MOSCOW - Israeli Prime Minister Benjamin Netanyahu left Moscow on Thursday after failing in a last minute attempt to move Russian President Vladimir Putin away from backing a Iranian nuclear deal taking shape in Geneva.
Israel's Prime Minister Benjamin Netanyahu (L) at a joint news conference with Russian President Vladimir Putin (R) in Moscow, Nov. 20, 2013.
After four hours of talks in Moscow, Russia’s leader told reporters, “We, in Russia, have an optimistic view on the Iranian nuclear problem."
The Israeli leader faced an uphill battle in Moscow.
Russia is a northern neighbor of Iran and is known for sitting on the fence about Iran’s nuclear program.
On Monday, Putin talked by telephone with Iranian President Hassan Rouhani. Afterwards, a Kremlin statement said: “Putin stressed that there is now a real chance to find a solution to this long-standing problem.”
Israel supports tighter economic sanctions and total dismantlement of Iran’s nuclear program. In Moscow, Netanyahu tried flattery, publicly praising Putin for brokering a chemical weapons disarmament deal for Syria. He argued that Russia should now try to negotiate a similar nuclear disarmament deal for Iran.
“In the case of Syria, Russia and other powers quite justifiably insisted on full the disarmament of Syria," he said at the news conference. At the Geneva talks, the United States, Russia, China, France, Britain and Germany appear to be shaping a deal that would allow Iran to keep low level uranium enrichment capacity, under international controls.
While the Kremlin says it does not want Iran to get a nuclear bomb, Russia does not share Israel’s insecurity over the issue. Russia has 8,500 nuclear warheads. Some Russians say they do not feel threatened if Iran has one or two nuclear bombs.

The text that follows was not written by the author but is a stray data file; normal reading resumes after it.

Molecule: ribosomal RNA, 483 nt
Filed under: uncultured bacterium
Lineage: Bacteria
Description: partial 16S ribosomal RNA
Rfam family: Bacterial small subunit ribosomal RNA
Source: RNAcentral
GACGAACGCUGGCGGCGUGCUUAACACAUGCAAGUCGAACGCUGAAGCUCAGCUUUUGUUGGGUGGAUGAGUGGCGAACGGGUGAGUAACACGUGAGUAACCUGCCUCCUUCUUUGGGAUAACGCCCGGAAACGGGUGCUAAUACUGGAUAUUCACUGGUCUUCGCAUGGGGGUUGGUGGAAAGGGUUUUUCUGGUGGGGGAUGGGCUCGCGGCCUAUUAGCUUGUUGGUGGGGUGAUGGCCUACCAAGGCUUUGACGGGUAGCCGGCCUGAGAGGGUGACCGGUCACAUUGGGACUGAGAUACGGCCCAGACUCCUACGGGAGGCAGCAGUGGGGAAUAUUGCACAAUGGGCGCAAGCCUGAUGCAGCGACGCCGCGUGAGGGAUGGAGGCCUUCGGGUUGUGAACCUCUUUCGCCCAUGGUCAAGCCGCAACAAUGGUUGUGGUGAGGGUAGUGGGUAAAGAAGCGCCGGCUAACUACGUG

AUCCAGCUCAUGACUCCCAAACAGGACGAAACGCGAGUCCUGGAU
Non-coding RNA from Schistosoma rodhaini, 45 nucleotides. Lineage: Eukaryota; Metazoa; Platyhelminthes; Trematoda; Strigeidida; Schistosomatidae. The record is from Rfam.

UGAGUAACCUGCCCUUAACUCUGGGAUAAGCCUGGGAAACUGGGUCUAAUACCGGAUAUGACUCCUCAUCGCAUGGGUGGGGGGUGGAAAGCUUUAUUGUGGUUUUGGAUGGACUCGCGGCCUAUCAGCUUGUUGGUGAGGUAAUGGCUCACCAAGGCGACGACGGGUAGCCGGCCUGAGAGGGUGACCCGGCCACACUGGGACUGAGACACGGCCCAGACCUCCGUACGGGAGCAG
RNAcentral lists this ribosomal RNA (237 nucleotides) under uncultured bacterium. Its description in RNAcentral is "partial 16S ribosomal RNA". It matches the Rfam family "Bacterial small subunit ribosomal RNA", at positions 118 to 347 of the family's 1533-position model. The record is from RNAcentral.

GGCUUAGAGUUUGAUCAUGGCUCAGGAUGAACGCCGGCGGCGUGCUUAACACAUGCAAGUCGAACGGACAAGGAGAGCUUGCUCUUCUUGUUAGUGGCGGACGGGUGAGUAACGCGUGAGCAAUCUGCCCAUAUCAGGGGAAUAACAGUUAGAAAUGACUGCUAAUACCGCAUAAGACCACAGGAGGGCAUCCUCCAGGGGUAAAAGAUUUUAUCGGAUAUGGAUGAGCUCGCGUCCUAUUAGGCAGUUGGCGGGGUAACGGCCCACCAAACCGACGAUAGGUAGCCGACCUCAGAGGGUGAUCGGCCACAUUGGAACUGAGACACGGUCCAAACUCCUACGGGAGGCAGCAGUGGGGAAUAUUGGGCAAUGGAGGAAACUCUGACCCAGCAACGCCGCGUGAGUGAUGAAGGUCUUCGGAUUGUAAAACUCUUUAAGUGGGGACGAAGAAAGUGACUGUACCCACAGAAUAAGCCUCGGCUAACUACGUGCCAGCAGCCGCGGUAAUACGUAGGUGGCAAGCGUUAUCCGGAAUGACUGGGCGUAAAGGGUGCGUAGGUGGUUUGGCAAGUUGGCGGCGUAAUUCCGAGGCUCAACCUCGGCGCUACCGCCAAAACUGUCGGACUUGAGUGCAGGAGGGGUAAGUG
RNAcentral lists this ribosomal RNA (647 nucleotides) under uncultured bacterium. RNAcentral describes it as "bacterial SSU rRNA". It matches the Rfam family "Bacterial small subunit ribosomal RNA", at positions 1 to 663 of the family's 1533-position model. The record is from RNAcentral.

George Mirsky, a Mideast expert at Russia’s Academy of Sciences, recalls hearing a Russian diplomat talk a few months ago at a Foreign Ministry conference here in Moscow.
“One of the officials said, quite outright, that it is better to have a nuclear Iran, than a pro-American Iran,” Mirsky recalled. “Can you imagine this? Better a nuclear Iran for Russia, than a pro-American Iran. Because, after all, Russia can never be afraid of Iranian nuclear weapons.”
But Russia does fear the nonconventional weapons that Iran could use.
Iran shares a Caspian Sea coastline with Dagestan, an overwhelmingly Muslim Russian republic, where anti-government bombings and shootings occur daily. Dagestan is the gateway to Russia’s Caucasus, a mountainous region where Russia has waged two all out wars against secessionists in the two decades since the Soviet Union collapsed.
Mirsky said, “Iran has some means to make life very miserable for Russia in the Caucasus, but Iran was very loyal and never did a single thing to damage Russian interests in the Caucasus. And it is appreciated in Moscow”
Tehran also appreciates that Moscow, decades ago, stopped supporting secessionist Azeri and Kurdish groups in Northern Iran.
In the Shiite-Sunni split in the Muslim world, Iran and Moscow share a common opposition to armed Sunni groups, whether in the Russian Caucasus or in Shiite-controlled Syria, an Iranian ally.
For Russia, there have also been economic benefits to the status quo of economic sanctions on Iran. Sanctions keep Iranian oil and gas off world markets, boosting prices of Russia’s primary exports. Sanctions prevent the landlocked, energy rich nations of the Caspian from using Iranian pipelines to export their oil and gas to the outside world.
So the Israeli leader faced a big challenge when he flew to Moscow on Wednesday, but, undoubtedly, he also had few illusions.
On the surface, Russia and Israel have good relations: visa free tourism and one million Russian speakers in Israel. But Israelis have a deep skepticism of Russia.
Last April, the Pew Research Center asked people around the world about their attitudes towards Russia. Of people surveyed in 38 countries, the highest level of unfavorable opinion - 77 percent - was recorded in Israel.
About James Brooke: A foreign correspondent who has reported from five continents, Brooke, known universally as Jim, is the Voice of America bureau chief for Russia and former Soviet Union countries. From his base in Moscow, Jim roams Russia and Russia’s southern neighbors.
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